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Making Obvious Mistakes

  1. May 23, 2012 #1
    While working through my Algebra II today, I managed to solve [itex] \sqrt [3] { \frac{27a}{4b^4}} [/itex], and yet... I had to ask for help in the homework section because I neglected to notice the difference between a square and a cube root.

    Anyone else do things like that? Please commiserate with me. :shy:
     
  2. jcsd
  3. May 23, 2012 #2

    Mark44

    Staff: Mentor

    I wouldn't worry about it too much, as long as you are now able to tell the difference between the two kinds of roots. A lot of mathematics is paying attention to details, a skill that requires training.
     
  4. May 23, 2012 #3
    I got a horribly low grade on a general chemistry 2 exam because I made a series of stupid mistakes.

    1) I didn't pay attention to see that the reactant in a reaction was a solid, so the equilibrium constant would NOT include the concentration of that species... because it's a solid.

    2) Forgot to convert joules to kilojoules

    3) Misread a question because I went too fast. He gave the E0 value of a reaction in one direction, so I said that was the cathode. However, in the combined reaction, it actually went in the opposite direction, so it was the anode.

    4) Randomly subtracted instead of added a number in a given equation where the number was clearly positive.

    These were all multiple choice questions, so no partial credit. Those 4 alone meant my maximum score would have been 80. Couple that with the ones I genuinely struggled with, and I ended up with a 65%. It was really embarrassing for a senior-year physics major to fail so hard on a freshman-level chem exam.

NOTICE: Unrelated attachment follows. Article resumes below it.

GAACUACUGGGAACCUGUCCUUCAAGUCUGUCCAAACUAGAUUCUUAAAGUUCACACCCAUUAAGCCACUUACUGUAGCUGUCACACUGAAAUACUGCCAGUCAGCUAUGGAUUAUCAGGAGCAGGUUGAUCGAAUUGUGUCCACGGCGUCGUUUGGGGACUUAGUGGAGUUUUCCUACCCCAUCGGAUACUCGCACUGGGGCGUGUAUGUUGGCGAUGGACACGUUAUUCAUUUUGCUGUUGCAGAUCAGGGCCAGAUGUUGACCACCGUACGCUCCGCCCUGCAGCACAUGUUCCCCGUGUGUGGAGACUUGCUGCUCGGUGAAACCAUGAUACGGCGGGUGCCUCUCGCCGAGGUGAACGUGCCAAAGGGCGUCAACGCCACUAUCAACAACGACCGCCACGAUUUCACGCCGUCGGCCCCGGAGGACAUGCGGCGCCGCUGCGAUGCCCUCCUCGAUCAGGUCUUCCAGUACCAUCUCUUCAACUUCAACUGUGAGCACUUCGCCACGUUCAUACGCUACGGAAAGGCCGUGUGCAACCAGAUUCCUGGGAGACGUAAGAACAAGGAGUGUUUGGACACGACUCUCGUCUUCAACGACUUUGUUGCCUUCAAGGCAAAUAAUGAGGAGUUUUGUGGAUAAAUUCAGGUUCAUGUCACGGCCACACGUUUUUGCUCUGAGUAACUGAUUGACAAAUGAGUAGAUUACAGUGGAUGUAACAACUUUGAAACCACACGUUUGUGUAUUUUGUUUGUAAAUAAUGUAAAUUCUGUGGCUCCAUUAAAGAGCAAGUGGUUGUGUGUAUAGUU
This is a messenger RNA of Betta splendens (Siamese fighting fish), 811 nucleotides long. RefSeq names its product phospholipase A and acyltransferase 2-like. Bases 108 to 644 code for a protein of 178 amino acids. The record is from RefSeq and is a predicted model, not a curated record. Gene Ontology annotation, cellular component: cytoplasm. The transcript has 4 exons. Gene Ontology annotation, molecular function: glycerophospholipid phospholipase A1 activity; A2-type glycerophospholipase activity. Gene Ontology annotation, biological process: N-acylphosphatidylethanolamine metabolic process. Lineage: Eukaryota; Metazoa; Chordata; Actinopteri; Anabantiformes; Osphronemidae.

5. May 23, 2012 #4
    How the heck did you solve that? It has variables in it.

    Sometimes when I take tests, I'll be sitting there, staring at the test, wondering why I can't figure out this problem, and then realize it's something obvious. Sometimes I stare at it so long, I'll memorize it and get it wrong on the test, but when I get home, I'll type it up exactly into Wolframalpha from memory, and see that it's such an obvious answer that I couldn't think of.
     
  6. May 24, 2012 #5
    @leroyjenkens: It was a given that each radical represents a real number. And technically, I should say "simplified" instead of "solved." I hope that clears it up.

    Phew! I'm glad I'm not the only one. Once I realized I did that yesterday, I just had to laugh at myself. Many people that know me point out that I often catch more complex things but miss the simple things. Math is one of those fun subjects that is always tripping me up because there are so many different ways to mess it up! So, it's constantly just making sure my arithmetic is correct as well as the actual algebra part.

    A couple weeks ago, I was puzzling over a different problem (I think it was just simplifying a polynomial), and I kept getting the wrong answer much to my dismay. And one of my family members just looks over my shoulder and within three seconds points out, "You missed the sign change there."

    Such is my life; I still have more radical work today, so wish me luck everyone! And I will gladly return the favor to you too!